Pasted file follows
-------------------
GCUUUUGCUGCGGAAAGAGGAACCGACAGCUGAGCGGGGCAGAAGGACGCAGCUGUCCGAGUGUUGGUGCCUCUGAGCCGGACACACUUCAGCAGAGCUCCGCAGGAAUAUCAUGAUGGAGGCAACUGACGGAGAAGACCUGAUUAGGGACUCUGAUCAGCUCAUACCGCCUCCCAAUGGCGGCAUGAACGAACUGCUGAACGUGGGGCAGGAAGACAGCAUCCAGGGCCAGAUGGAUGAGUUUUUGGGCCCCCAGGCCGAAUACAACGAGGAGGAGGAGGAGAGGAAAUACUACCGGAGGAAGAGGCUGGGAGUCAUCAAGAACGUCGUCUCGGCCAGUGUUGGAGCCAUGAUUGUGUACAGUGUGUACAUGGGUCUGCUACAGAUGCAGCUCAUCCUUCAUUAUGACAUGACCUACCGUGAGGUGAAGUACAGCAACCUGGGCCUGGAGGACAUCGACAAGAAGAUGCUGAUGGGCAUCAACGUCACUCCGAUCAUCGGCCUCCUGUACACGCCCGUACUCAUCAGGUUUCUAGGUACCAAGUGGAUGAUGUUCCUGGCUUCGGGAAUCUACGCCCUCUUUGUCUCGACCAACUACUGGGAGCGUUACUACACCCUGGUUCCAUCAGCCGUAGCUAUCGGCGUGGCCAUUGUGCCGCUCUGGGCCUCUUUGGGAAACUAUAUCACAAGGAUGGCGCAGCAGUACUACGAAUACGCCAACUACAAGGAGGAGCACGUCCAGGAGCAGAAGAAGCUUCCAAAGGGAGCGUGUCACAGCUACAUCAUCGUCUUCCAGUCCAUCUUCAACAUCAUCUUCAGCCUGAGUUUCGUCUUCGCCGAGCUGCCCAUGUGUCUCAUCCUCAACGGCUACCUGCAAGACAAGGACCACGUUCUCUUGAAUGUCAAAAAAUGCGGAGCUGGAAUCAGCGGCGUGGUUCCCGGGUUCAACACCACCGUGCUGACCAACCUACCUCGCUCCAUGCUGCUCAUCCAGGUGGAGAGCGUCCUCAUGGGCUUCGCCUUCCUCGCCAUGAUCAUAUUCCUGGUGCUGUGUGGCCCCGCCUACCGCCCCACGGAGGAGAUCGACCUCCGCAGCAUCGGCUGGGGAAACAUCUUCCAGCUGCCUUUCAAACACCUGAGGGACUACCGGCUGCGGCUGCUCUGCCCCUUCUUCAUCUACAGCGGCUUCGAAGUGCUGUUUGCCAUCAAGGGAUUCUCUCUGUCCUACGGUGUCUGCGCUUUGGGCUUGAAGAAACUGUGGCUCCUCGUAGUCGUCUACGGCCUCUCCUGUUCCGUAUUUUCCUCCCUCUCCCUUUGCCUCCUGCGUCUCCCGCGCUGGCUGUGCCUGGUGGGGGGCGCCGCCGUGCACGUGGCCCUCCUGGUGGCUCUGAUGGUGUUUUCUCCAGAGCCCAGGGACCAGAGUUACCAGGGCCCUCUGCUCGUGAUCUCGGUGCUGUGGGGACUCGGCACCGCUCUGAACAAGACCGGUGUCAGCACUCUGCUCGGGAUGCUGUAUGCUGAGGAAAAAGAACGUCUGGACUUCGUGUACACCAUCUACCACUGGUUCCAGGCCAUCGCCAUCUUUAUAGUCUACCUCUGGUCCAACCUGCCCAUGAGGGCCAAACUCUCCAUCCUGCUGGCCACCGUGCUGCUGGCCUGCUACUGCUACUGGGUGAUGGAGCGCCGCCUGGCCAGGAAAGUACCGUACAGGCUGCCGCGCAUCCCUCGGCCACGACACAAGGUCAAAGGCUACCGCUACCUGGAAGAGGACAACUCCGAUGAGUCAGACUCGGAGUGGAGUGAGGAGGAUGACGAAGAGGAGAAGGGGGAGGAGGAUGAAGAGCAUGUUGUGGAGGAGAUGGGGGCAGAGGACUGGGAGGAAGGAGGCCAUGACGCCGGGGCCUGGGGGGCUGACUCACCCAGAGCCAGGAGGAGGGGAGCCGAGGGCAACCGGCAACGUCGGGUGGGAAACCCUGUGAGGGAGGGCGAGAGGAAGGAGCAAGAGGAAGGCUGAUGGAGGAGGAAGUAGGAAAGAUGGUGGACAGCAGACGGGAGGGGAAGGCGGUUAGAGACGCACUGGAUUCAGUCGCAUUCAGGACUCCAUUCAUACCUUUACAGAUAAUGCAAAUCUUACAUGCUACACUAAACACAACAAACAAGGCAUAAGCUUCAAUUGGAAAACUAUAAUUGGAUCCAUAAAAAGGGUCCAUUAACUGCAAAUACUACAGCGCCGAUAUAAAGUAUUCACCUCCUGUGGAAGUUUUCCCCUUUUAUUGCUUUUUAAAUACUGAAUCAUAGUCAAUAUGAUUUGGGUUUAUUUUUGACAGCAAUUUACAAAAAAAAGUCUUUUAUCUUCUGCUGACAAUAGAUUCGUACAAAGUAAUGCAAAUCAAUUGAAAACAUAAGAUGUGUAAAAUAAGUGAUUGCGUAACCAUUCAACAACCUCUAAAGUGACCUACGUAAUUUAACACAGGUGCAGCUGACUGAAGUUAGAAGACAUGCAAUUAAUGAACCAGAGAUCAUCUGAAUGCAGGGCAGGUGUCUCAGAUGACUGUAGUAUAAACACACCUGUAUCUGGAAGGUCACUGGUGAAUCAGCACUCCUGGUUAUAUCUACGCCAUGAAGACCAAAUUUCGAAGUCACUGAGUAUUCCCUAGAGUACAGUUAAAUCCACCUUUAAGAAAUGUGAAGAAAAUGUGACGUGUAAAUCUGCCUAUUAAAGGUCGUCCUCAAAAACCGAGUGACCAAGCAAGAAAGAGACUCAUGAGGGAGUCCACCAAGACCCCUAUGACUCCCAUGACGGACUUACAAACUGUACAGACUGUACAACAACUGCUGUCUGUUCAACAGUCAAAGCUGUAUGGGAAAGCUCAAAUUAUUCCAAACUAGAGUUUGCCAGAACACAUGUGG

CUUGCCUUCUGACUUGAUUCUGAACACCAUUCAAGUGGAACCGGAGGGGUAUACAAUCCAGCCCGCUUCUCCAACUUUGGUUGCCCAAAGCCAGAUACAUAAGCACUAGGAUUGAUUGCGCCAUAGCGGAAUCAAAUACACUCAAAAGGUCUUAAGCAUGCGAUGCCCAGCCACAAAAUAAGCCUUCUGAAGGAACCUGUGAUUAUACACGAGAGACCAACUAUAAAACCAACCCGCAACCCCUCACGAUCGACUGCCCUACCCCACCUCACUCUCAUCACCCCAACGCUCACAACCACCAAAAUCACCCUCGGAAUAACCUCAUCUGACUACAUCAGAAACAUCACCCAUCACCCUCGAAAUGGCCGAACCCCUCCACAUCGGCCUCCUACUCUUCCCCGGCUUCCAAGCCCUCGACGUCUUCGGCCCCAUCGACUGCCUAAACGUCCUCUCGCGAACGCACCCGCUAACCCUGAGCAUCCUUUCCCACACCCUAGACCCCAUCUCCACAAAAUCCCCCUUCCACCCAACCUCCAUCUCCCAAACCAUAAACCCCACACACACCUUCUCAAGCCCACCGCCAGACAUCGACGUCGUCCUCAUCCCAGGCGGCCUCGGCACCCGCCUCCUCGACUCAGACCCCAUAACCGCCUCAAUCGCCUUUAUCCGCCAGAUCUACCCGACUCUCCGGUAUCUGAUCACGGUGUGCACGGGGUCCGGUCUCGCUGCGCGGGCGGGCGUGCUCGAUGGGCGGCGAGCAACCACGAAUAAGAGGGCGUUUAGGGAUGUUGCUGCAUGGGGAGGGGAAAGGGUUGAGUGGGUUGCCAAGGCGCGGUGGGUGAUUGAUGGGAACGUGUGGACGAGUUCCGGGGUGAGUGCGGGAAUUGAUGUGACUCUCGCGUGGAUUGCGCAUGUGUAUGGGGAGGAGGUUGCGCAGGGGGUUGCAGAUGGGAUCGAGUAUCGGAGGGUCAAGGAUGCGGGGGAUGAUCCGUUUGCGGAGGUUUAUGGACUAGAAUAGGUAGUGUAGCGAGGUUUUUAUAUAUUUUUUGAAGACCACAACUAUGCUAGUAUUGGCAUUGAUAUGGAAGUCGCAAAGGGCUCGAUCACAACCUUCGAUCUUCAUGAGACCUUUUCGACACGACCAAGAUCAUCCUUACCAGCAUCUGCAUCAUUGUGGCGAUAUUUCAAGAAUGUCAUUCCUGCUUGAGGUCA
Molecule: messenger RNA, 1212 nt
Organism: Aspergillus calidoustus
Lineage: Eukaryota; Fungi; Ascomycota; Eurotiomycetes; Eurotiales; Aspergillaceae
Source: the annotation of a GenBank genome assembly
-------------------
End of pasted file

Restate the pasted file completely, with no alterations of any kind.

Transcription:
GCUUUUGCUGCGGAAAGAGGAACCGACAGCUGAGCGGGGCAGAAGGACGCAGCUGUCCGAGUGUUGGUGCCUCUGAGCCGGACACACUUCAGCAGAGCUCCGCAGGAAUAUCAUGAUGGAGGCAACUGACGGAGAAGACCUGAUUAGGGACUCUGAUCAGCUCAUACCGCCUCCCAAUGGCGGCAUGAACGAACUGCUGAACGUGGGGCAGGAAGACAGCAUCCAGGGCCAGAUGGAUGAGUUUUUGGGCCCCCAGGCCGAAUACAACGAGGAGGAGGAGGAGAGGAAAUACUACCGGAGGAAGAGGCUGGGAGUCAUCAAGAACGUCGUCUCGGCCAGUGUUGGAGCCAUGAUUGUGUACAGUGUGUACAUGGGUCUGCUACAGAUGCAGCUCAUCCUUCAUUAUGACAUGACCUACCGUGAGGUGAAGUACAGCAACCUGGGCCUGGAGGACAUCGACAAGAAGAUGCUGAUGGGCAUCAACGUCACUCCGAUCAUCGGCCUCCUGUACACGCCCGUACUCAUCAGGUUUCUAGGUACCAAGUGGAUGAUGUUCCUGGCUUCGGGAAUCUACGCCCUCUUUGUCUCGACCAACUACUGGGAGCGUUACUACACCCUGGUUCCAUCAGCCGUAGCUAUCGGCGUGGCCAUUGUGCCGCUCUGGGCCUCUUUGGGAAACUAUAUCACAAGGAUGGCGCAGCAGUACUACGAAUACGCCAACUACAAGGAGGAGCACGUCCAGGAGCAGAAGAAGCUUCCAAAGGGAGCGUGUCACAGCUACAUCAUCGUCUUCCAGUCCAUCUUCAACAUCAUCUUCAGCCUGAGUUUCGUCUUCGCCGAGCUGCCCAUGUGUCUCAUCCUCAACGGCUACCUGCAAGACAAGGACCACGUUCUCUUGAAUGUCAAAAAAUGCGGAGCUGGAAUCAGCGGCGUGGUUCCCGGGUUCAACACCACCGUGCUGACCAACCUACCUCGCUCCAUGCUGCUCAUCCAGGUGGAGAGCGUCCUCAUGGGCUUCGCCUUCCUCGCCAUGAUCAUAUUCCUGGUGCUGUGUGGCCCCGCCUACCGCCCCACGGAGGAGAUCGACCUCCGCAGCAUCGGCUGGGGAAACAUCUUCCAGCUGCCUUUCAAACACCUGAGGGACUACCGGCUGCGGCUGCUCUGCCCCUUCUUCAUCUACAGCGGCUUCGAAGUGCUGUUUGCCAUCAAGGGAUUCUCUCUGUCCUACGGUGUCUGCGCUUUGGGCUUGAAGAAACUGUGGCUCCUCGUAGUCGUCUACGGCCUCUCCUGUUCCGUAUUUUCCUCCCUCUCCCUUUGCCUCCUGCGUCUCCCGCGCUGGCUGUGCCUGGUGGGGGGCGCCGCCGUGCACGUGGCCCUCCUGGUGGCUCUGAUGGUGUUUUCUCCAGAGCCCAGGGACCAGAGUUACCAGGGCCCUCUGCUCGUGAUCUCGGUGCUGUGGGGACUCGGCACCGCUCUGAACAAGACCGGUGUCAGCACUCUGCUCGGGAUGCUGUAUGCUGAGGAAAAAGAACGUCUGGACUUCGUGUACACCAUCUACCACUGGUUCCAGGCCAUCGCCAUCUUUAUAGUCUACCUCUGGUCCAACCUGCCCAUGAGGGCCAAACUCUCCAUCCUGCUGGCCACCGUGCUGCUGGCCUGCUACUGCUACUGGGUGAUGGAGCGCCGCCUGGCCAGGAAAGUACCGUACAGGCUGCCGCGCAUCCCUCGGCCACGACACAAGGUCAAAGGCUACCGCUACCUGGAAGAGGACAACUCCGAUGAGUCAGACUCGGAGUGGAGUGAGGAGGAUGACGAAGAGGAGAAGGGGGAGGAGGAUGAAGAGCAUGUUGUGGAGGAGAUGGGGGCAGAGGACUGGGAGGAAGGAGGCCAUGACGCCGGGGCCUGGGGGGCUGACUCACCCAGAGCCAGGAGGAGGGGAGCCGAGGGCAACCGGCAACGUCGGGUGGGAAACCCUGUGAGGGAGGGCGAGAGGAAGGAGCAAGAGGAAGGCUGAUGGAGGAGGAAGUAGGAAAGAUGGUGGACAGCAGACGGGAGGGGAAGGCGGUUAGAGACGCACUGGAUUCAGUCGCAUUCAGGACUCCAUUCAUACCUUUACAGAUAAUGCAAAUCUUACAUGCUACACUAAACACAACAAACAAGGCAUAAGCUUCAAUUGGAAAACUAUAAUUGGAUCCAUAAAAAGGGUCCAUUAACUGCAAAUACUACAGCGCCGAUAUAAAGUAUUCACCUCCUGUGGAAGUUUUCCCCUUUUAUUGCUUUUUAAAUACUGAAUCAUAGUCAAUAUGAUUUGGGUUUAUUUUUGACAGCAAUUUACAAAAAAAAGUCUUUUAUCUUCUGCUGACAAUAGAUUCGUACAAAGUAAUGCAAAUCAAUUGAAAACAUAAGAUGUGUAAAAUAAGUGAUUGCGUAACCAUUCAACAACCUCUAAAGUGACCUACGUAAUUUAACACAGGUGCAGCUGACUGAAGUUAGAAGACAUGCAAUUAAUGAACCAGAGAUCAUCUGAAUGCAGGGCAGGUGUCUCAGAUGACUGUAGUAUAAACACACCUGUAUCUGGAAGGUCACUGGUGAAUCAGCACUCCUGGUUAUAUCUACGCCAUGAAGACCAAAUUUCGAAGUCACUGAGUAUUCCCUAGAGUACAGUUAAAUCCACCUUUAAGAAAUGUGAAGAAAAUGUGACGUGUAAAUCUGCCUAUUAAAGGUCGUCCUCAAAAACCGAGUGACCAAGCAAGAAAGAGACUCAUGAGGGAGUCCACCAAGACCCCUAUGACUCCCAUGACGGACUUACAAACUGUACAGACUGUACAACAACUGCUGUCUGUUCAACAGUCAAAGCUGUAUGGGAAAGCUCAAAUUAUUCCAAACUAGAGUUUGCCAGAACACAUGUGG

CUUGCCUUCUGACUUGAUUCUGAACACCAUUCAAGUGGAACCGGAGGGGUAUACAAUCCAGCCCGCUUCUCCAACUUUGGUUGCCCAAAGCCAGAUACAUAAGCACUAGGAUUGAUUGCGCCAUAGCGGAAUCAAAUACACUCAAAAGGUCUUAAGCAUGCGAUGCCCAGCCACAAAAUAAGCCUUCUGAAGGAACCUGUGAUUAUACACGAGAGACCAACUAUAAAACCAACCCGCAACCCCUCACGAUCGACUGCCCUACCCCACCUCACUCUCAUCACCCCAACGCUCACAACCACCAAAAUCACCCUCGGAAUAACCUCAUCUGACUACAUCAGAAACAUCACCCAUCACCCUCGAAAUGGCCGAACCCCUCCACAUCGGCCUCCUACUCUUCCCCGGCUUCCAAGCCCUCGACGUCUUCGGCCCCAUCGACUGCCUAAACGUCCUCUCGCGAACGCACCCGCUAACCCUGAGCAUCCUUUCCCACACCCUAGACCCCAUCUCCACAAAAUCCCCCUUCCACCCAACCUCCAUCUCCCAAACCAUAAACCCCACACACACCUUCUCAAGCCCACCGCCAGACAUCGACGUCGUCCUCAUCCCAGGCGGCCUCGGCACCCGCCUCCUCGACUCAGACCCCAUAACCGCCUCAAUCGCCUUUAUCCGCCAGAUCUACCCGACUCUCCGGUAUCUGAUCACGGUGUGCACGGGGUCCGGUCUCGCUGCGCGGGCGGGCGUGCUCGAUGGGCGGCGAGCAACCACGAAUAAGAGGGCGUUUAGGGAUGUUGCUGCAUGGGGAGGGGAAAGGGUUGAGUGGGUUGCCAAGGCGCGGUGGGUGAUUGAUGGGAACGUGUGGACGAGUUCCGGGGUGAGUGCGGGAAUUGAUGUGACUCUCGCGUGGAUUGCGCAUGUGUAUGGGGAGGAGGUUGCGCAGGGGGUUGCAGAUGGGAUCGAGUAUCGGAGGGUCAAGGAUGCGGGGGAUGAUCCGUUUGCGGAGGUUUAUGGACUAGAAUAGGUAGUGUAGCGAGGUUUUUAUAUAUUUUUUGAAGACCACAACUAUGCUAGUAUUGGCAUUGAUAUGGAAGUCGCAAAGGGCUCGAUCACAACCUUCGAUCUUCAUGAGACCUUUUCGACACGACCAAGAUCAUCCUUACCAGCAUCUGCAUCAUUGUGGCGAUAUUUCAAGAAUGUCAUUCCUGCUUGAGGUCA
Molecule: messenger RNA, 1212 nt
Organism: Aspergillus calidoustus
Lineage: Eukaryota; Fungi; Ascomycota; Eurotiomycetes; Eurotiales; Aspergillaceae
Source: the annotation of a GenBank genome assembly